Forgiving others is one of the fundamental components of Christian life. It is also challenging. Forgiveness is not pretending that some injury didn’t happen, that no one betrayed a trust, broke a relationship, or acted unjustly. Forgiveness acknowledges the reality of offenses but denies them the power to rule the future.
To live human beings need to forgive, for without forgiveness there would be only an iron law of punishment and revenge. Without forgiveness few people would admit their faults and failings, but pile up lies and rationalizations instead. Without forgiveness relationships and commitments would wither.
Forgiveness calls for different things at different times. It may require consigning offenses to the past instead of dragging them into the present. It may mean giving up the wish to see justice done or to balance the scales, realizing that complete justice will never be done nor will the scales ever truly balance. Sometimes it will mean admitting that we could easily have done the evil we have suffered if the circumstances had been different.
Jesus spoke a lot about forgiveness, making it one of the hallmarks of the Kingdom of God. He instructed the disciples to forgive without measure (70x7 times) and even linked our own expectation for God’s forgiveness with our forgiving others, telling us to pray that God forgive us “as we forgive those who trespass against us.”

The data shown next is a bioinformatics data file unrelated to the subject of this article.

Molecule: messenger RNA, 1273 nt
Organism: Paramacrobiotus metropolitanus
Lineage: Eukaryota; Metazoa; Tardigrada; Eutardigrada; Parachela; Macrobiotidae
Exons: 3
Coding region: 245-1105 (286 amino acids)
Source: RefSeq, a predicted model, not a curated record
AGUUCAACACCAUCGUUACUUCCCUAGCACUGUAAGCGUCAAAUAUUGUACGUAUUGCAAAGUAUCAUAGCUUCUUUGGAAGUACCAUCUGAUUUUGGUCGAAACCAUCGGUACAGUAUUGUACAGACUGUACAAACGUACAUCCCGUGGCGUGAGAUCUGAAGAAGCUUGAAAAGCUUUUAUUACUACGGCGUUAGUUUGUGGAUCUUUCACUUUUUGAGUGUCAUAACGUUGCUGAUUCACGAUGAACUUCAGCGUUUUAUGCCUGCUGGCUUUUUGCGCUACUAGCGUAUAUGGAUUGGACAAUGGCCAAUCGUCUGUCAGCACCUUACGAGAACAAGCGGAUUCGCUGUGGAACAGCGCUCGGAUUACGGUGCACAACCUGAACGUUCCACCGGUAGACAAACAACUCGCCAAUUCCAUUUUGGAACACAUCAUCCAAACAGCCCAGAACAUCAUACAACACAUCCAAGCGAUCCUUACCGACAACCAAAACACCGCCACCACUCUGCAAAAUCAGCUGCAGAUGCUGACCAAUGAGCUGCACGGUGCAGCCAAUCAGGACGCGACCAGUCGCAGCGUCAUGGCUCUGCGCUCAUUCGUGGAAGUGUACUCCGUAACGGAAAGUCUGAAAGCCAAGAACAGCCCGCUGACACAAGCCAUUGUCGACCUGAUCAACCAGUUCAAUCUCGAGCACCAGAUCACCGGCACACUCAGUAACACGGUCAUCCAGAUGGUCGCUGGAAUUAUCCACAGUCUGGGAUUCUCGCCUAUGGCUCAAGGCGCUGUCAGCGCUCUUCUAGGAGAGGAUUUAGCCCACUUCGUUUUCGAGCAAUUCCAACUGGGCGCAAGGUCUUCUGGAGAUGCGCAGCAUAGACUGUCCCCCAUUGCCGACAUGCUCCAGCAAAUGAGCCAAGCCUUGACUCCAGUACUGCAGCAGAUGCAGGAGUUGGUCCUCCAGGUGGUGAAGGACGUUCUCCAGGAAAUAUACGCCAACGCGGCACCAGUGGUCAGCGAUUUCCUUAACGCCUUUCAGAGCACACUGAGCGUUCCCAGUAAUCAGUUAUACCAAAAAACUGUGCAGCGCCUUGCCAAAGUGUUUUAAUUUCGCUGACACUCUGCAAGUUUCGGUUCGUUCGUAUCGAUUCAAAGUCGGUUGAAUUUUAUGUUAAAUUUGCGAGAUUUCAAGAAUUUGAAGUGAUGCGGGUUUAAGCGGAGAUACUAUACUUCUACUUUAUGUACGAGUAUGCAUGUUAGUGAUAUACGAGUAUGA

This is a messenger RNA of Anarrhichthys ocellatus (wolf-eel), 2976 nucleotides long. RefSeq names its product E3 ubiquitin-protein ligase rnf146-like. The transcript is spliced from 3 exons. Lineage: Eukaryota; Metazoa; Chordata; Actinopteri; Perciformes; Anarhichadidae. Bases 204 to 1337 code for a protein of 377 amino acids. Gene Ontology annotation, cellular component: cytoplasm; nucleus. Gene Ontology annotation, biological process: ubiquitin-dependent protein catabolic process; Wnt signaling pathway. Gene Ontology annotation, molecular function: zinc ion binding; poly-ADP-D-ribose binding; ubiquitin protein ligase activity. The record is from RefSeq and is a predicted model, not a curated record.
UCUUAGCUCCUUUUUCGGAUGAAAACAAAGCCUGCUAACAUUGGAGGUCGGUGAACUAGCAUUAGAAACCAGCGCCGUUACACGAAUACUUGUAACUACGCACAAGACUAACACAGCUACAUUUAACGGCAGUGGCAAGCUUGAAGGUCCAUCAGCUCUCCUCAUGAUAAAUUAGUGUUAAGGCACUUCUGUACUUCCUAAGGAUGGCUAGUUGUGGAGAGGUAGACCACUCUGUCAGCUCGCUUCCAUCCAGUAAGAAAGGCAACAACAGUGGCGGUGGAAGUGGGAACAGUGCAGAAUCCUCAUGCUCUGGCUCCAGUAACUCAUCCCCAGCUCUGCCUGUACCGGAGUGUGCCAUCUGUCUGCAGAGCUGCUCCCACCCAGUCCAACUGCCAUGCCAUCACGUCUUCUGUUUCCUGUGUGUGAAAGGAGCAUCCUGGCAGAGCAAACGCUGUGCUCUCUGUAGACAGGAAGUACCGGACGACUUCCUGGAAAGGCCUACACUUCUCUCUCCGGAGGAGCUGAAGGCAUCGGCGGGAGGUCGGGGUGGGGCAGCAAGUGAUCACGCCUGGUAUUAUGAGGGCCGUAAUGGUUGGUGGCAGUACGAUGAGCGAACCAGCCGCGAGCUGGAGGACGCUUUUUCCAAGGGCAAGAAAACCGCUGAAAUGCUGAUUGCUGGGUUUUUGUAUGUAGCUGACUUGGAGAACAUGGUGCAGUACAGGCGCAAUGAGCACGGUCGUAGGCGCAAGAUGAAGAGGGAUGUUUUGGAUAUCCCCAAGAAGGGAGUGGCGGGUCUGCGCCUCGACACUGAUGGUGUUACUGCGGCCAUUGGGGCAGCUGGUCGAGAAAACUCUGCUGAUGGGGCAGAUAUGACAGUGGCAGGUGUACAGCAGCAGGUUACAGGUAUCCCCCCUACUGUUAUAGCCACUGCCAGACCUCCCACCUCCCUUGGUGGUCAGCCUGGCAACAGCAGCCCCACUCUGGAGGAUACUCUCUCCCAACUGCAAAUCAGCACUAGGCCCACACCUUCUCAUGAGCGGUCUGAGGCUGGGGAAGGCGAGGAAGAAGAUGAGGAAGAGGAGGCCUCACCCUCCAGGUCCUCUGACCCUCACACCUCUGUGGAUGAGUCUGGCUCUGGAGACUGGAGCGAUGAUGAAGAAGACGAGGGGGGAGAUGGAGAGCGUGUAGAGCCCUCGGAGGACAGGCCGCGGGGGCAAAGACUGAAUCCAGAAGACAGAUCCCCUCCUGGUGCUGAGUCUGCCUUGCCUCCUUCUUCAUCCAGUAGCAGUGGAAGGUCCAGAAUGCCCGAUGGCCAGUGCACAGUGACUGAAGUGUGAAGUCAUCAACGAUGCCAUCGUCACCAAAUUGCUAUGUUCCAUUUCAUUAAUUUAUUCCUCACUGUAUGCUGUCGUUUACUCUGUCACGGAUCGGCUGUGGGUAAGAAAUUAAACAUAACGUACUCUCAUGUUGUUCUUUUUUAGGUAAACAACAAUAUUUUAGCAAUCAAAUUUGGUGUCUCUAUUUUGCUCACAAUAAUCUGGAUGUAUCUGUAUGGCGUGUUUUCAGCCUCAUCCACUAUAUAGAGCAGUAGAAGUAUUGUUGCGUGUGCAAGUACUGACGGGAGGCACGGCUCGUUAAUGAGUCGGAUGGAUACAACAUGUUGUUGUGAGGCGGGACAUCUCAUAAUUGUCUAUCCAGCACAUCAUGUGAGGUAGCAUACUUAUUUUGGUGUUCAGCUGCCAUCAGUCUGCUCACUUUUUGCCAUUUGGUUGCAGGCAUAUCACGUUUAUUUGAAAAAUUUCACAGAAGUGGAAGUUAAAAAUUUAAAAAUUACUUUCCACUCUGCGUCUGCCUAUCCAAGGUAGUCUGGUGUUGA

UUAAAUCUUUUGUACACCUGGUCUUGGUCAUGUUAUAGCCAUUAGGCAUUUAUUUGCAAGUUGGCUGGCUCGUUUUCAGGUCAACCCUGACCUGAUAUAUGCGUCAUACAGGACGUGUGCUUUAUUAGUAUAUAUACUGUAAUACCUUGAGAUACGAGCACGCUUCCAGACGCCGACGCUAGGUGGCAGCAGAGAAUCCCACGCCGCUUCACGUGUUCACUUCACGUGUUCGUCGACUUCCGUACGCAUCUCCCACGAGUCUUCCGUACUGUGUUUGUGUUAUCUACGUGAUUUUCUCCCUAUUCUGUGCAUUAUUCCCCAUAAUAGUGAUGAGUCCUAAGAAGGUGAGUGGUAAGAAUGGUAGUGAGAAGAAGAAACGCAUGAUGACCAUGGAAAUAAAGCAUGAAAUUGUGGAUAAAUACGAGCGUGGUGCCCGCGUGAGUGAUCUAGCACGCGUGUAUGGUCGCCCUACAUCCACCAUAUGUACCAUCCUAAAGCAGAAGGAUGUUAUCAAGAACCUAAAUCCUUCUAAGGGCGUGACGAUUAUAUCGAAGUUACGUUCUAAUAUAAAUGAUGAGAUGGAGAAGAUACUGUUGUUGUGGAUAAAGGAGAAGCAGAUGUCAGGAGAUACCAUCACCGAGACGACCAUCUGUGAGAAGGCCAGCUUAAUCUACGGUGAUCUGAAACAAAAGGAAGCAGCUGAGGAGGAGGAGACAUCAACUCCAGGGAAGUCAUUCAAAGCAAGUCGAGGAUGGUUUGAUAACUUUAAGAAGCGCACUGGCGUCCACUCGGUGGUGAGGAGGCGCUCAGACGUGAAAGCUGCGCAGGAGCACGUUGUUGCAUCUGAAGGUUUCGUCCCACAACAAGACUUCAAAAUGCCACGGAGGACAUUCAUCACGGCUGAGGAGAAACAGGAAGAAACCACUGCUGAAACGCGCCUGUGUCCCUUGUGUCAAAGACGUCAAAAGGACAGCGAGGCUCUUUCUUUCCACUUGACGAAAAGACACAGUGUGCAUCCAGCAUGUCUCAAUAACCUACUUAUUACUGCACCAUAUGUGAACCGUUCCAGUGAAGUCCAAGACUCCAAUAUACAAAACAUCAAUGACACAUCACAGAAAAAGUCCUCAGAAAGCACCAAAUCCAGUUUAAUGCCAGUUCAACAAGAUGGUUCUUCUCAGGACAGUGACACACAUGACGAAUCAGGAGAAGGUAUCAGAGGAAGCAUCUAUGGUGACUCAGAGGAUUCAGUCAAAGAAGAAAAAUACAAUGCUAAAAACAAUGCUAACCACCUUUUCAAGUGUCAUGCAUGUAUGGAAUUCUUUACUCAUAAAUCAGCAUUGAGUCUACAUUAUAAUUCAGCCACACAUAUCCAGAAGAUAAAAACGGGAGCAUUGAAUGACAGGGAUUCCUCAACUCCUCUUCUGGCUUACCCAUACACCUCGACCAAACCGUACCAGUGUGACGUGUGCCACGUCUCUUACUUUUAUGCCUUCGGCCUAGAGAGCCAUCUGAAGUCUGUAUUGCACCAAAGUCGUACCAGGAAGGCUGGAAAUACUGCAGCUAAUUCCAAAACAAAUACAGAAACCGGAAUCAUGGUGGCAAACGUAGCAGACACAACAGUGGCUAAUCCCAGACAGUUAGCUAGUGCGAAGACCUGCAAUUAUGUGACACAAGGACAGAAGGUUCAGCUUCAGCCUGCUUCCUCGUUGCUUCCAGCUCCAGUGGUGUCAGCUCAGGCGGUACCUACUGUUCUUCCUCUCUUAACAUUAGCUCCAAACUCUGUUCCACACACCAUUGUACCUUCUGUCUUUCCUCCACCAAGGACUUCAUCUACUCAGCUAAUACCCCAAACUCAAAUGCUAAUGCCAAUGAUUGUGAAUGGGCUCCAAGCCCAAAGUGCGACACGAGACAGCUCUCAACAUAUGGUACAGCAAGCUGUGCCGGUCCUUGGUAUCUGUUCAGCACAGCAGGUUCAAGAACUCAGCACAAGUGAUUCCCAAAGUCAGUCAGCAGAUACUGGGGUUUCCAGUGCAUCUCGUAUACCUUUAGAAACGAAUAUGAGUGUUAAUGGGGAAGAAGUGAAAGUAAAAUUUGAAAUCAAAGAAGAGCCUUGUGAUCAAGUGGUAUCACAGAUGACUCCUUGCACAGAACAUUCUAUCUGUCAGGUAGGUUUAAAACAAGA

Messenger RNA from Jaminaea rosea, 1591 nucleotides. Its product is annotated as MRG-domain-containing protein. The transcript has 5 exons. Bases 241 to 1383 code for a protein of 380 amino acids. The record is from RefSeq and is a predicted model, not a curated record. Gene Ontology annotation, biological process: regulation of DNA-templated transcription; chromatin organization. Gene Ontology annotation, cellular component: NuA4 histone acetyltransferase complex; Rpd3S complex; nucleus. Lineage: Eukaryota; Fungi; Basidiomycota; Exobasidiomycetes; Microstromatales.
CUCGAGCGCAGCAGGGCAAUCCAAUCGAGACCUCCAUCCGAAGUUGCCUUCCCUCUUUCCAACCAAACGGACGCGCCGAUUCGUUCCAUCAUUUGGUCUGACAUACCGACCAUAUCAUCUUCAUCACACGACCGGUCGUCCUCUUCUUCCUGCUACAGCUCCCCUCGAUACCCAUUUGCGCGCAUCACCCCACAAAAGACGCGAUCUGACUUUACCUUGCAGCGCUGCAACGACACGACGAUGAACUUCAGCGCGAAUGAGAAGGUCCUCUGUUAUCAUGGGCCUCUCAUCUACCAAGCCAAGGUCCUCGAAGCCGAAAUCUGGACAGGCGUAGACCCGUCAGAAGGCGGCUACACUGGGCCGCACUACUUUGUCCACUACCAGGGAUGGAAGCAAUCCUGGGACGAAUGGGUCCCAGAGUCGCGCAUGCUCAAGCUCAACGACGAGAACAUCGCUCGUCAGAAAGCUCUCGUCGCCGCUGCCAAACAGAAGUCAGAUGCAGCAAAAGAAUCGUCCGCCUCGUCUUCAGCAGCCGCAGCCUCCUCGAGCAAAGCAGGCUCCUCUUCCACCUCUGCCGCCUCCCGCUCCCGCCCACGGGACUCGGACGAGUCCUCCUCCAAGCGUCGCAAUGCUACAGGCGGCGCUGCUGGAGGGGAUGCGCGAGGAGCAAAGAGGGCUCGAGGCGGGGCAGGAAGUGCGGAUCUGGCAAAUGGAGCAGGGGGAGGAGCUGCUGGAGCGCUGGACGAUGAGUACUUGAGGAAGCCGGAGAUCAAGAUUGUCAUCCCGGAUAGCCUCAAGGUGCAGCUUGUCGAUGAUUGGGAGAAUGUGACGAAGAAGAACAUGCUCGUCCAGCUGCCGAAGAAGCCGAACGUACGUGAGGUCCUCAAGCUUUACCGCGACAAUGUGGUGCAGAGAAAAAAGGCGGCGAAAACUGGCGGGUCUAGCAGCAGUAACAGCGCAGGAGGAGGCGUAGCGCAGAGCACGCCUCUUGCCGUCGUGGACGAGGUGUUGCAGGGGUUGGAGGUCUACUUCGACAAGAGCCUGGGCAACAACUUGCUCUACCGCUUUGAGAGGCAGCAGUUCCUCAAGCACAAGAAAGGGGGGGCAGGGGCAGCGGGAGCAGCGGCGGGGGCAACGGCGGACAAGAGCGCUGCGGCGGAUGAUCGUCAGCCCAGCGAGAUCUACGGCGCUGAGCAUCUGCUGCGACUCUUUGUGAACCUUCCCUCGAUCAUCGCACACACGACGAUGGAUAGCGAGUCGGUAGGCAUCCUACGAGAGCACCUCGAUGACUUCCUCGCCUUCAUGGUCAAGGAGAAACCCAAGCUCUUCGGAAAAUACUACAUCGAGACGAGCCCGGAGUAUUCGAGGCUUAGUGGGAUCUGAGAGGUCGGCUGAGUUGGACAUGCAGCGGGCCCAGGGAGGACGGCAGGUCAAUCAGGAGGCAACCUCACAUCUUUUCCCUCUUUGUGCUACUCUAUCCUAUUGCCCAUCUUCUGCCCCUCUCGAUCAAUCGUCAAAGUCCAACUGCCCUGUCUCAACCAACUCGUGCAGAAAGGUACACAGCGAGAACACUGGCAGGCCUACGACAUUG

Jesus breathed the Holy Spirit on the apostles on Easter night in order to make them agents of forgiveness (John 20). And although the church may sometimes appear to be more inclined to condemn than to forgive, Christ calls it to distinguish itself in its willingness to forgive and to foster reconciliation.
In this world we will always need to forgive and although it may be challenging, with God's help we can grow in our ability to forgive and mirror in our own lives that quality of God which gives us hope.